With the Age of Reason came the end of socially acceptable witch-burning. Instead, mental institutions and pathology became the go-to tools of oppression. Naturally, women were still excluded from medicine, leaving pathology to be determined by old white men. In 1828 it became law for asylums to have medical supervision, whereas before they were really just jails. By 1830, asylums were building women’s wards with populations that outnumbered the men’s by far.

Like witchcraft, women’s madness was conceptually tied to biology. While considered delicate flowers, women were also painted as libidinous, and their unfettered sexuality was deemed the cause to their mental illness. The fear of female sexuality has been present throughout history, but the Victorian era marked the pathologization of it. “Madness” encapsulated masturbation, pregnancy outside of marriage, homosexuality, frigidity, and promiscuity. In essence, having a vagina at all was a symptom of madness.

During the Victorian era, “Hysteria” was a common diagnosis, and the “wandering womb” was blamed for sucking energy and intellect out of women. Women could be diagnosed for expending too much energy, reading, or expressing any sentiment of unhappiness in their situation. Any act of protest would result in her being diagnosed as a hysteric and potentially locked away in an asylum or attic. Solitary confinement has been acknowledged today as torture and is known to cause psychological damage. The bedrest “cure” essentially caused the madness it was designed to treat.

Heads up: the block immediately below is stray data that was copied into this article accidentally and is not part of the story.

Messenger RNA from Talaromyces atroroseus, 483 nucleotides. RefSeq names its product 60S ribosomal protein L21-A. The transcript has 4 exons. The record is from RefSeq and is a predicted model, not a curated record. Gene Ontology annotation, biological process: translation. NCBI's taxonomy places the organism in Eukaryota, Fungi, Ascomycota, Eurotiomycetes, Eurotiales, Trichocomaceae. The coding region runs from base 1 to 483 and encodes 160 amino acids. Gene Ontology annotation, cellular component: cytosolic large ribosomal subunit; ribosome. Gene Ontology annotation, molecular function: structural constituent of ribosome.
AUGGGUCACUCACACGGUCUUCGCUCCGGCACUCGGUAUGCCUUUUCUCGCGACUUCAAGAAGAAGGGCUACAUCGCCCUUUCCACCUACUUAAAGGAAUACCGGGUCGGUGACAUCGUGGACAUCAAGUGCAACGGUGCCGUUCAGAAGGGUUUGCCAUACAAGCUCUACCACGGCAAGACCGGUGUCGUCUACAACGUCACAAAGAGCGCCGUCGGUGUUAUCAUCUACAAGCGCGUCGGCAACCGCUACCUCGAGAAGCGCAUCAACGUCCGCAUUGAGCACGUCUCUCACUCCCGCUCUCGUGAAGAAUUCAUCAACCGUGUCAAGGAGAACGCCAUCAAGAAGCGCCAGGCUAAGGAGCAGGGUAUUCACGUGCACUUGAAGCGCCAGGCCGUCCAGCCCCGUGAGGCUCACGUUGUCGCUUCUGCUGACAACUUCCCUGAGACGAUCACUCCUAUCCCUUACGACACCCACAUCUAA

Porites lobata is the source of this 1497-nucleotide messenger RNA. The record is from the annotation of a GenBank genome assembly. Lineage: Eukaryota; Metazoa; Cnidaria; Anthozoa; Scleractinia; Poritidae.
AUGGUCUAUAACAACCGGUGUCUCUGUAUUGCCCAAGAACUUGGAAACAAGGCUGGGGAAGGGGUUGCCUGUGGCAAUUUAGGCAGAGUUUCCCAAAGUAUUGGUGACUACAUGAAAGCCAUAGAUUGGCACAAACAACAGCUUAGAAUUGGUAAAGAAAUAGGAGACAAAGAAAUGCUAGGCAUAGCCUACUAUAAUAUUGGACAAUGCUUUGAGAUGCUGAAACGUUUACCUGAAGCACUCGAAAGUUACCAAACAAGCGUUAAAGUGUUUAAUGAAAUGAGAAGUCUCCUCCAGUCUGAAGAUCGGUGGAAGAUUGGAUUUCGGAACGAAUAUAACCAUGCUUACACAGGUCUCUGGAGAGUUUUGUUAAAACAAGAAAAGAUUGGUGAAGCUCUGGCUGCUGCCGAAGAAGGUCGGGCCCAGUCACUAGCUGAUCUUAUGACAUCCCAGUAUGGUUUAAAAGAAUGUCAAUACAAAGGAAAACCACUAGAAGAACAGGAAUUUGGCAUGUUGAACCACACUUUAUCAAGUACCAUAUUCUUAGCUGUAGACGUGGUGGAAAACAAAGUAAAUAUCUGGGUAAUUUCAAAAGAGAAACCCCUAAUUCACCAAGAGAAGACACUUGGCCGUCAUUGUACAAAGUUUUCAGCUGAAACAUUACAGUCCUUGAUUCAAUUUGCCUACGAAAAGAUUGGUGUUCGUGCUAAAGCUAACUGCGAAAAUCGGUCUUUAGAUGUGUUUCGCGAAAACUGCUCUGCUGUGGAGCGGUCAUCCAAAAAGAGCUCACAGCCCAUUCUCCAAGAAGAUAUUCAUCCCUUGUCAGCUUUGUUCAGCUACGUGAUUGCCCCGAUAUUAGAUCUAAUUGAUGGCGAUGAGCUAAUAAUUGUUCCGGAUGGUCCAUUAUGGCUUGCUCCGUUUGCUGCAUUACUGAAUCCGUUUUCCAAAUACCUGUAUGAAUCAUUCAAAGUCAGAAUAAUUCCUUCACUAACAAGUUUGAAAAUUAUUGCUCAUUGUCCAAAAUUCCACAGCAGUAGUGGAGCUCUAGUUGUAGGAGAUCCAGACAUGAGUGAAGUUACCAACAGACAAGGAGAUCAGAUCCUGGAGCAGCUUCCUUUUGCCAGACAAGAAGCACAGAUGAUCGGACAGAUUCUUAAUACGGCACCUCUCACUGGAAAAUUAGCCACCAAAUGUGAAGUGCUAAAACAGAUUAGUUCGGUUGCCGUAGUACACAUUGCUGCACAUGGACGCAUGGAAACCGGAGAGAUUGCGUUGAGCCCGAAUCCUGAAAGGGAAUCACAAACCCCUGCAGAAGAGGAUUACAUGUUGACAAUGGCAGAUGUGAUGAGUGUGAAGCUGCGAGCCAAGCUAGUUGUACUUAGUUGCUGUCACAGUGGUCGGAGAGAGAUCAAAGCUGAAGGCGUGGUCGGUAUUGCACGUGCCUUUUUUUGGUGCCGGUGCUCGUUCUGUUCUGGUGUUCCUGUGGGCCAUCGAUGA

Hysteria Masturbation was believed to be both a cause and a symptom of hysteria. Women were told from a young age that masturbation would ruin both their body and their mind, yet naturally many still engaged in it. For the Victorian girl or woman tempted by the “solitary sin,” clitoridectomy was sometimes used to curb the behavior. The Western practice was “invented” in 1858 by English doctor Isaac Baker Brown. The trend of clitoridectomy was short-lived in England, lasting only until around 1866 when Brown died, but the practice continued in the US until at least 1937. Other unnecessary operations such as oophorectormy, ovariotomy, and castration were even more widespread and long-lasting, with women being castrated for psychiatric disorders as late as the 1940s.